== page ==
Why You Don’t Have to Say Yes All the Time
“Just say yes” is an advice for a “No” person, but if you say yes all the time, you probably need to tone down the Yes’s.
Saying no to a lot of things could mean missing out on opportunities, but the same goes with being too agreeable. Putting the needs of others over yours is counterproductive. Whatever your motivation, too much compliance to every little request leaves you at the losing end. As such, there is value in saying no. Face it, you can’t accommodate everything. Here’s a rundown of reasons why you don’t have to say yes all the time
Saying no reveals self-worth
Sometimes, you say no for the sake of avoiding conflict. What’s not being said is that by yes and agreeing to the other party, you end up undermining your own value. In fact, you agree to the opinion of others over your own point-of-view. Saying no gives you the chance to assert yourself. You deem certain requests or favours as worthy of your time or effort. This is essential to revealing how much importance you place on your judgments. It shows control and decisiveness—both admirable traits of successful people.
Productivity is subjective. You feel productive when you have accomplished stuff that you care about. Things that you think are important. However, if you say yes all the time, you probably end up side-tracking priorities and passion projects. Little favours and tiny tasks can end up eating up hours of your time, leaving no room for actual work to be done. According to business magnate Warren Buffet, “The difference between successful people and very successful people is that very successful people say ‘no’ to almost everything.” It’s true, accommodating non-essential undertakings takes you away from your goals, all for the sake of pleasing others.
Allow others to grow
Saying yes all the time makes you a follower. Saying no makes you a leader.
Saying yes tends to take away work from other people. Sure it frees up their time, but it also takes away the opportunity for them to learn. Saying no means you move away from people pleasing to leading. This is why leaders are encouraged to delegate. Delegation allows your colleagues and employees to grow. Even in your personal life, saying yes can cause your family and friends to become dependent on your good will. Something as simple as arranging for a flower delivery takes up mental real estate and distracts you from the task at hand. If you have time to spare, by all means say yes. Just don’t make a habit of bailing out people from simple, doable duties.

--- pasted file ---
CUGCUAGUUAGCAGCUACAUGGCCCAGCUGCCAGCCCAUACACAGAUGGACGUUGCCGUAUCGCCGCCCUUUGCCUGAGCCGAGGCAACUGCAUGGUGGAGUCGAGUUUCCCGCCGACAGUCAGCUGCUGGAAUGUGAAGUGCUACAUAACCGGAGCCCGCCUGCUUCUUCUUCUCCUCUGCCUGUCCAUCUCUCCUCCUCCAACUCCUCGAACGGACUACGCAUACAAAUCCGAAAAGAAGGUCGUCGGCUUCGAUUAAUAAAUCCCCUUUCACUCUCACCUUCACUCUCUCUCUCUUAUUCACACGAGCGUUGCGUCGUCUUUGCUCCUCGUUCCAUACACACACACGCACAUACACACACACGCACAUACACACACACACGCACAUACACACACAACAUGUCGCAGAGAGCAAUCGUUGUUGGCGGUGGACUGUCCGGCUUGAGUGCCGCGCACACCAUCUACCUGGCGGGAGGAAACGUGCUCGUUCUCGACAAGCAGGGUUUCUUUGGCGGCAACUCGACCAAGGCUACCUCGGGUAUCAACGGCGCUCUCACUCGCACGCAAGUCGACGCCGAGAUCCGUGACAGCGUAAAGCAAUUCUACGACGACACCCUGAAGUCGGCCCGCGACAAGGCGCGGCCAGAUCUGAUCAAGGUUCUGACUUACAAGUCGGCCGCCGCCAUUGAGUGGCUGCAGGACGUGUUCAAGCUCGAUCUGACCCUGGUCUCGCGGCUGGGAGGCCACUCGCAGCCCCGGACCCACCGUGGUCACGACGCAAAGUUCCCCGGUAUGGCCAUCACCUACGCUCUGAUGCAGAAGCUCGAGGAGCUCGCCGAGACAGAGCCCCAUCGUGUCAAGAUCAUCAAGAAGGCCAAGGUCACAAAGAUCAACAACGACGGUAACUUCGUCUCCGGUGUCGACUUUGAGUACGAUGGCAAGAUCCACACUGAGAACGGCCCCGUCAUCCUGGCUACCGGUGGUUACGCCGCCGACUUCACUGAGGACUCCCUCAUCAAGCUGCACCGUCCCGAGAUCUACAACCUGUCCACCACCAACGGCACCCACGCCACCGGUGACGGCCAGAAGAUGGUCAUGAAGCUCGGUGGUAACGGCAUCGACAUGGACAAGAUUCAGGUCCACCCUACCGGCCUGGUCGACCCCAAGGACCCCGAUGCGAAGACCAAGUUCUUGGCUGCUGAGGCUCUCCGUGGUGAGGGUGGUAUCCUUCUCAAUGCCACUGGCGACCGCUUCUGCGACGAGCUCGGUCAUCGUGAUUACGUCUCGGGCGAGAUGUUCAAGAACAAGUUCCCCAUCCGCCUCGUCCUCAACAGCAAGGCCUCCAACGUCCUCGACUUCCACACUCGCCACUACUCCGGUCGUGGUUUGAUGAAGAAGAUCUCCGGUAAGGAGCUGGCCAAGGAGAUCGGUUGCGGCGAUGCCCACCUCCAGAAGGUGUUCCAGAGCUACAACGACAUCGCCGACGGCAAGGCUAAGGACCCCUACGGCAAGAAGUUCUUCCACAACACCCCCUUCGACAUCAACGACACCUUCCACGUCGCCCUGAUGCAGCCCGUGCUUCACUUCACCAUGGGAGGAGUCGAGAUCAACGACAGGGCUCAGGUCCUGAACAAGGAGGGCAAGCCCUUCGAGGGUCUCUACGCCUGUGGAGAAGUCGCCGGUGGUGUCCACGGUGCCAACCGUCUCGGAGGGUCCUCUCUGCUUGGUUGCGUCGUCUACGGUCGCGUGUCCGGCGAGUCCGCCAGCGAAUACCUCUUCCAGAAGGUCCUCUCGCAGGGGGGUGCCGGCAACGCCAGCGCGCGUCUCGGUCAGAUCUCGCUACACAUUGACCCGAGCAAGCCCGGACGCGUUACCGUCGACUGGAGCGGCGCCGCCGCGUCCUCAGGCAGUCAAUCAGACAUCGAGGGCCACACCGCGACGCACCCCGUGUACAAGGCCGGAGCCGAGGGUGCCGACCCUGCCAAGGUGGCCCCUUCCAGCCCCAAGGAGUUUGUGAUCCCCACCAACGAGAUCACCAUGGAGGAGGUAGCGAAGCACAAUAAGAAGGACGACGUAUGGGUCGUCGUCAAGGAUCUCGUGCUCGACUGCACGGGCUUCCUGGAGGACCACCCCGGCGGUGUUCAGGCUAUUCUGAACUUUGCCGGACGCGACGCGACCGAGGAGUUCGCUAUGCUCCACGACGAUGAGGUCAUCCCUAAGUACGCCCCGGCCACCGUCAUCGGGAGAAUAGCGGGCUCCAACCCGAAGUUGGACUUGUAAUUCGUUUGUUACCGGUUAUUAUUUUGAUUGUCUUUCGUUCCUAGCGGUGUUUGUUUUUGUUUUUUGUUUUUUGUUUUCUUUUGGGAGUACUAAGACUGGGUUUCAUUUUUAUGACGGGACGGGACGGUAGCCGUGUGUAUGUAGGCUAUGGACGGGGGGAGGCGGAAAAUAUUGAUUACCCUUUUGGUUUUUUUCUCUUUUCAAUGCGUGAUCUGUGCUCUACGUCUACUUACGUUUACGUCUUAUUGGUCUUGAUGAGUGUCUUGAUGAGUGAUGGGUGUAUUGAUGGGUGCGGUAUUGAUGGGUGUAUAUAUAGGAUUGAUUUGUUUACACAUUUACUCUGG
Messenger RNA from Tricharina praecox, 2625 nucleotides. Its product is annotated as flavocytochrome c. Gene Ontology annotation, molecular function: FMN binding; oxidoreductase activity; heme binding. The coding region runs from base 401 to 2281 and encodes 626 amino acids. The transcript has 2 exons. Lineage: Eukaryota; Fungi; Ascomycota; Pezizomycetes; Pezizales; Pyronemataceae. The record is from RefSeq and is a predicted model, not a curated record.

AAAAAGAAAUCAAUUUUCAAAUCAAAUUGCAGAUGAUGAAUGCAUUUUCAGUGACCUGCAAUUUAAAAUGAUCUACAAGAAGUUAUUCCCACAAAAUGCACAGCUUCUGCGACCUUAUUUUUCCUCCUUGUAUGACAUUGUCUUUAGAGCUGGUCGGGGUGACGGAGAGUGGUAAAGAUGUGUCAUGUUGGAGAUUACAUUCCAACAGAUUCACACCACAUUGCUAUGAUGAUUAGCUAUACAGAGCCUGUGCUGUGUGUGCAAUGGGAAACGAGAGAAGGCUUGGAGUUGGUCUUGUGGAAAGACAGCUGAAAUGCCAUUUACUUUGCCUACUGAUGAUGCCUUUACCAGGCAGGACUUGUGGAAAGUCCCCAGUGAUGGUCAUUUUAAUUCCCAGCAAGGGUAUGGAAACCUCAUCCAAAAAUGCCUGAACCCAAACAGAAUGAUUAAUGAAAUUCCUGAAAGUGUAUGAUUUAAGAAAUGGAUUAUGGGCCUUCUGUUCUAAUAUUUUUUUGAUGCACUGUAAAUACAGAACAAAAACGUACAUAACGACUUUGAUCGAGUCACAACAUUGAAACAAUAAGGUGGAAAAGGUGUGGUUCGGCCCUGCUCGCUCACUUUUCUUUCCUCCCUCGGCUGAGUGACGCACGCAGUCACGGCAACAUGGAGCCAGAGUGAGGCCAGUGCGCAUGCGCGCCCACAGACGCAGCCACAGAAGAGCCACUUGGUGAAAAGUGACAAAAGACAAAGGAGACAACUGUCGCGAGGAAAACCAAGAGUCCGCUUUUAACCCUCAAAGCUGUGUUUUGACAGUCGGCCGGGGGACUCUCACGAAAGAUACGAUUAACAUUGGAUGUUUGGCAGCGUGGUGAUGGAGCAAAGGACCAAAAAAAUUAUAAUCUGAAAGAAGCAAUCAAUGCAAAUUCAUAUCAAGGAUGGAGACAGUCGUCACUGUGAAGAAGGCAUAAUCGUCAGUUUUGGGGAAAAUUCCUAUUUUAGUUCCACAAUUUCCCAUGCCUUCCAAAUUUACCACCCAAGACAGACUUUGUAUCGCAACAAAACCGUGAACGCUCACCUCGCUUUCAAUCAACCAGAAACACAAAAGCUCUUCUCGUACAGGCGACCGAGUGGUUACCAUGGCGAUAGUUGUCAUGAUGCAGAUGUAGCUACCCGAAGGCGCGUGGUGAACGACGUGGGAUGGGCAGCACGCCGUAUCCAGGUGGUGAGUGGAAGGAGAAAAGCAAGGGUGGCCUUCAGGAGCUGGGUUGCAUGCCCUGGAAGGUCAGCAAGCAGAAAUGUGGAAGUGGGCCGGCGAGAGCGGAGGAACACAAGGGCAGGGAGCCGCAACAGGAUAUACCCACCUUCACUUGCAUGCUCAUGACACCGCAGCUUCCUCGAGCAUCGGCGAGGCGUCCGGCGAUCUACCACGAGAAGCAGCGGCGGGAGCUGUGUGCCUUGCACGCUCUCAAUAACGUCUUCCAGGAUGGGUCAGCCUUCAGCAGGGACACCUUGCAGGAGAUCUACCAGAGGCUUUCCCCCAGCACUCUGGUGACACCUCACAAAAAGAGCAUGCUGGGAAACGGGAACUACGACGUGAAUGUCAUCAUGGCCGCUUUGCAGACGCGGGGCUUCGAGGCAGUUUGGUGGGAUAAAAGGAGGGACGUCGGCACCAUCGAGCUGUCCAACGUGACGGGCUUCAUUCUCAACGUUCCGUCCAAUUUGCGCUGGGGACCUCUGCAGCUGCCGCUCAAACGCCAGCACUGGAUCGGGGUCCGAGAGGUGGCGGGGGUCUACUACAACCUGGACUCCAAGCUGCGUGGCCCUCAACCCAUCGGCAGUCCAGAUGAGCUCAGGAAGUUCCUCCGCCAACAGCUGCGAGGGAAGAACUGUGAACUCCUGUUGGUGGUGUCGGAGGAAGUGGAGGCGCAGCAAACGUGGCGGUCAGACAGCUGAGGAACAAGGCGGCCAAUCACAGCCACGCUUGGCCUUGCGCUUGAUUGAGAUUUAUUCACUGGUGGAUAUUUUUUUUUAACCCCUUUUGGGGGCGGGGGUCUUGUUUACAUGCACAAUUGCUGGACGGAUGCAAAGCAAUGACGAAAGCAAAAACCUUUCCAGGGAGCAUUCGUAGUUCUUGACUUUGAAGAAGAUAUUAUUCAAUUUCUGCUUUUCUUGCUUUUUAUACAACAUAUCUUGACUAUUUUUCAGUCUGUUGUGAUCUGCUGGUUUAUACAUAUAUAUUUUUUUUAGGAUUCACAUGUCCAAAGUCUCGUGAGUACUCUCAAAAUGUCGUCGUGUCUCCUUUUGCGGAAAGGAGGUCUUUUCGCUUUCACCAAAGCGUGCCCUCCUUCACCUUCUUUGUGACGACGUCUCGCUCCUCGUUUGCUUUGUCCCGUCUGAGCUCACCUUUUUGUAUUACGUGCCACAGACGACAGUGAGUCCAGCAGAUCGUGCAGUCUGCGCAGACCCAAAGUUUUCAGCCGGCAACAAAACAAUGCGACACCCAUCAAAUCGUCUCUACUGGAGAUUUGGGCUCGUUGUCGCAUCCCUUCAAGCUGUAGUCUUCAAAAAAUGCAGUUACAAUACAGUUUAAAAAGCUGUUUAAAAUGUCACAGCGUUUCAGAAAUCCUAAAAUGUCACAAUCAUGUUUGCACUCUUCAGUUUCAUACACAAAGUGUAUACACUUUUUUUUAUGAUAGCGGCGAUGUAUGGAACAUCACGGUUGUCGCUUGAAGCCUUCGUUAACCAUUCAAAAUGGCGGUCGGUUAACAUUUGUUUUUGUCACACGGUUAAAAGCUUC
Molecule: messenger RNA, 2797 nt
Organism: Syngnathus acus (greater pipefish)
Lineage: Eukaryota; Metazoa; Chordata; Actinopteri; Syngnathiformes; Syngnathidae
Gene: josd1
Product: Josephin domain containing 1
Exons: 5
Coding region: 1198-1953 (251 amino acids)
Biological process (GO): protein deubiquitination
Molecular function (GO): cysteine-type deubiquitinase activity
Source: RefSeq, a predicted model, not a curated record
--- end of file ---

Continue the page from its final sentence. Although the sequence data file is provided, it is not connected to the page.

Save some room for yourself
Achieving work-life balance may be a myth. However, it’s possible that is a myth because you say yes to so many things. Once you understand that there are limited hours in a day, you begin to appreciate the value of time management. More than making time for yourself, you need to save room for the people who matter. Your career won’t keep you warm at night, it will, however, make you vulnerable to all sorts of ailments due to the stress of keeping up with your workload. So find time to recharge, exercise, meditate, and just relax.
Say no so you can say yes
The bottom line for saying no is really so that you can say yes. According to Zen Habits, “We have to clear up some space by saying No to things we’d like to do, but that are taking up space in our lives — space that could be used by something we really, really want to do.” Again, it’s all a matter of setting priorities. If you fill up your calendar with little favours, tasks, and requests, when something big comes up, it becomes harder to squeeze it into your full calendar. Busy is overrated. Sometimes, inspiration and big ideas come from silence, space, and—ironically—boredom.